Arizona's Illegal Workforce Is Down, So Now What?

Undocumented immigrants are searched before boarding a deportation flight in Mesa, Ariz., last June. Since the passage of the state's immigration law two years ago, thousands of illegal workers have left. i i

Undocumented immigrants are searched before boarding a deportation flight in Mesa, Ariz., last June. Since the passage of the state's immigration law two years ago, thousands of illegal workers have left. John Moore/Getty Images hide caption

itoggle caption John Moore/Getty Images
Undocumented immigrants are searched before boarding a deportation flight in Mesa, Ariz., last June. Since the passage of the state's immigration law two years ago, thousands of illegal workers have left.

Undocumented immigrants are searched before boarding a deportation flight in Mesa, Ariz., last June. Since the passage of the state's immigration law two years ago, thousands of illegal workers have left.

John Moore/Getty Images

The U.S. Supreme Court will hear arguments next week on the most divisive immigration law in recent memory. Arizona's Legislature passed SB 1070 two years ago, but much of it has been put on hold pending the court's decision.

Still, supporters say the law has achieved one of its stated goals: Thousands of illegal immigrants have self-deported, leaving the state on their own. The real reason — and consequence — of such a demographic shift may be more complex, however.

Jossie was one of those illegal workers who decided to leave. When police cars drove behind her in traffic, she says, she would start shaking and wouldn't be able to breathe.

Jossie is still afraid of getting deported, so she asked that her last name be withheld. The summer that SB 1070 became law, she left the Phoenix area with her husband, two children and a cockatoo, Bernie.

The most controversial part of SB 1070 would require police to check the immigration status of those they believe are in the country illegally. A federal judge has blocked that provision, but Jossie was still so nervous driving to work she says she once hyperventilated and lost consciousness on the road.

She moved to New Mexico, where illegal immigrants can get driver's licenses. Her husband rekindled his catering business, and Jossie is cleaning houses again. She says there's a "big difference" between Arizona and New Mexico.

"New Mexico [offers] me opportunities. ... I am going to do something for New Mexico. I am going to tell my kids to do something good for New Mexico," she says.

A Population Drop, But No Clear Reason

Recent data from the Department of Homeland Security show Arizona's illegal immigrant population has fallen by 100,000 since 2009. For statistical reasons, the agency warns against making year-by-year comparisons.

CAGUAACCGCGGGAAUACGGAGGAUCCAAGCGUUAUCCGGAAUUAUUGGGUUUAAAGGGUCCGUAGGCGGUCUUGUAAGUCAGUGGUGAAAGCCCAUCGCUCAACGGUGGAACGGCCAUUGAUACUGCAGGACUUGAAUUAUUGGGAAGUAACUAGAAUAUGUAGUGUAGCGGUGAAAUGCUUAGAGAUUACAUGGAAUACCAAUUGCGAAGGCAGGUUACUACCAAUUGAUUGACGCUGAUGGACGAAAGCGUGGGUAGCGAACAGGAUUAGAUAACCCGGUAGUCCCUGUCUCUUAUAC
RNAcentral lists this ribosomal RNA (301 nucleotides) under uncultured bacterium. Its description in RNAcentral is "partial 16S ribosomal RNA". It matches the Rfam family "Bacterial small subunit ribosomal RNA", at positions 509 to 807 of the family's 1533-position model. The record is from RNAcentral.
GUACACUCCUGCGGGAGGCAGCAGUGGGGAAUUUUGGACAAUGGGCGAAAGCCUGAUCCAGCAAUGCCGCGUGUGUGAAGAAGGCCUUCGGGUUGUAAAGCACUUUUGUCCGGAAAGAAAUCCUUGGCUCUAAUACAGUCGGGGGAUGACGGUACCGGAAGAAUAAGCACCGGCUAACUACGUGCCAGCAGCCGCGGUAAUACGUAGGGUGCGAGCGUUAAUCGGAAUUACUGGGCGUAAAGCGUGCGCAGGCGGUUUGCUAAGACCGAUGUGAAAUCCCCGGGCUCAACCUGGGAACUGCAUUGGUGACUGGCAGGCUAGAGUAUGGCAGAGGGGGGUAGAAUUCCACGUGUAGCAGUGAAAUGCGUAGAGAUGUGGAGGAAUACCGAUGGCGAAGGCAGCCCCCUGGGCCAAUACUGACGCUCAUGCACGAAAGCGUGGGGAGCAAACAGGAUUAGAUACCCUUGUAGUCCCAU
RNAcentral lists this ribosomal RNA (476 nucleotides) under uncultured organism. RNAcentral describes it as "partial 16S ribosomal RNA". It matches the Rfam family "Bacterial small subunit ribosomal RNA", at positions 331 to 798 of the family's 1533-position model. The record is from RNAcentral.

"There are a lot of indications that the unauthorized population in Arizona has dropped," says Jeffrey Passel, a demographer with the Pew Hispanic Center, a group that tracks the U.S. population of illegal immigrants. "But it's very difficult to say how much it's decreased and why it's dropped."

That's because earlier in this immigration debate, the state's economy was in a tailspin. Jobs vaporized in Arizona's massive construction industry where immigrants tend to work, so it's hard to know exactly what factors prompted illegal workers to leave the state.

Regardless, Arizona will need a new labor force pretty soon. The research firm IHS Global Insight predicts Arizona will need 41,000 new construction workers by 2015 to keep up with projected demand.

"We're going to have to reward people that engage in hard labor," says Dennis Hoffman, an economist at Arizona State University. "If we do that with a domestic labor force, it's going to cost more."

'Just One Battle'

Thinning the state's illegal workforce is part of the point, according to the legislation's supporters.

"It's not a finite victory. It is just one battle. It's just one phase of it," says Rey Torres, head of the Arizona Latino Republican Association.

He says the bigger prize would be a federal immigration policy that secures Arizona's border and improves the flow of commerce between the two countries. He's open to immigrant workers coming back, as long as someone keeps track of who they are.

"There is nothing in Arizona that tells me we are against immigration," he says. "We just happen to be against illegal immigration, and we strive to make that distinction."

Deciding To Stay

Of course, not everyone working illegally in Arizona has left. Ricardo, a 20-year-old college student, is still here. He says he knows countless people who've left for other states and a few who went to Mexico or Canada.

"If I leave, I leave everything that I believe in as a person and everything I've been working for the past two years," he says.

Ricardo, who also asked that his last name be withheld, stayed to concentrate on a different kind of work. He helps a group that rallies against laws like SB 1070, making phone calls to recruit and organize supporters.

"I'm tired of running, and I don't think we're going to run anymore," he says.

On Wednesday, Ricardo will follow the arguments in Washington, D.C. He says if the Supreme Court upholds SB 1070, a lot more people will leave Arizona.

Peter O'Dowd works with the public radio collaborative Fronteras.

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